a) agreed, but now i believe fatah (not hamas, but fatah) is willing to settle on a defined state with israel. of course, this would leave hamsa/gaza out of the loop, but i have argued a so called ‘3-state solution’ before. as soon as hamas sees that fatah is going forward with west bank peace with israel, they’ll either get on board (less likely) or attack fatah (more likely, as they have already done this). however, israel and fatah/west bank should not wait on hamas to stall the process. we all know where the resistance is centered. fatah can use hamas as political cover to forge peace with israeli moderated.

    b) see above.

    c) prior to the arab uprisings, i would have said nothing is going to change in jordan. however, now that there is unrest there, unless king abdullah abdicates political power and creates a system akin to the u.k., he’s going to have unrest, which would leave the door open to border changes in jordan. it’s less likely, but if the gov’t falls, anything is possible.

    d) hamas HAS been attacked in the way i suggest. during operation cast lead, fatah was showing israel where to bomb in gaza. you are correct that egypt will not be as accommodating now that the m.b. has more power, but do not confuse egypt with palestine: egypt doesn’t want gaza’s problems any more than israel (or fatah/west bank) does. they might offer public lip service support and open a tunnel, but they won’t stand in the way if gaza comes under attack.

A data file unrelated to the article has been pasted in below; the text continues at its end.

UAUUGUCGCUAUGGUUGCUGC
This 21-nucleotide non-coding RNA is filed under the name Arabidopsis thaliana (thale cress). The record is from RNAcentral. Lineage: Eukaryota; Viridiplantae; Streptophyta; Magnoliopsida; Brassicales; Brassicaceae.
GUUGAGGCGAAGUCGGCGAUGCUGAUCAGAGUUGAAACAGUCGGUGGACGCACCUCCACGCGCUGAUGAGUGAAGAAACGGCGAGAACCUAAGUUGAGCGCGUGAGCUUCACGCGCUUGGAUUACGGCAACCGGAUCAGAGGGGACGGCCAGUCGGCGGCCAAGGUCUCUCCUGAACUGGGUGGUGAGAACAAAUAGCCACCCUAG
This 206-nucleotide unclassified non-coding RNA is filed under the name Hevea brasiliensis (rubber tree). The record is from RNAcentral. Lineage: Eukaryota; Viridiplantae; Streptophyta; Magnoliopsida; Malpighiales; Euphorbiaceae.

e) with regard to comment e, i do believe you are stretching a bit. ‘negative space‘ is a technical artistic term referring to the space around a subject, but not the subject itself. to imply that the word ‘negative’ in this technical phrase in any way passes a qualitative judgment on any people or group risks appearing as a desperate attempt to intentionally misrepresent a phrase for the purpose of introducing ethnic (or ethical – i couldn’t tell from your misspelling) tension.

    i also find irony in the fact that you refer positively to the ‘act of international law’ (i.e., the u.n.) that established the early borders of the state of israel, while when this very international body is asked to consider the same for palestinians, it is opposed and derided by the very organization that earlier benefited from the u.n. (israel) as a political body with no jurisdiction in the matter. go figure.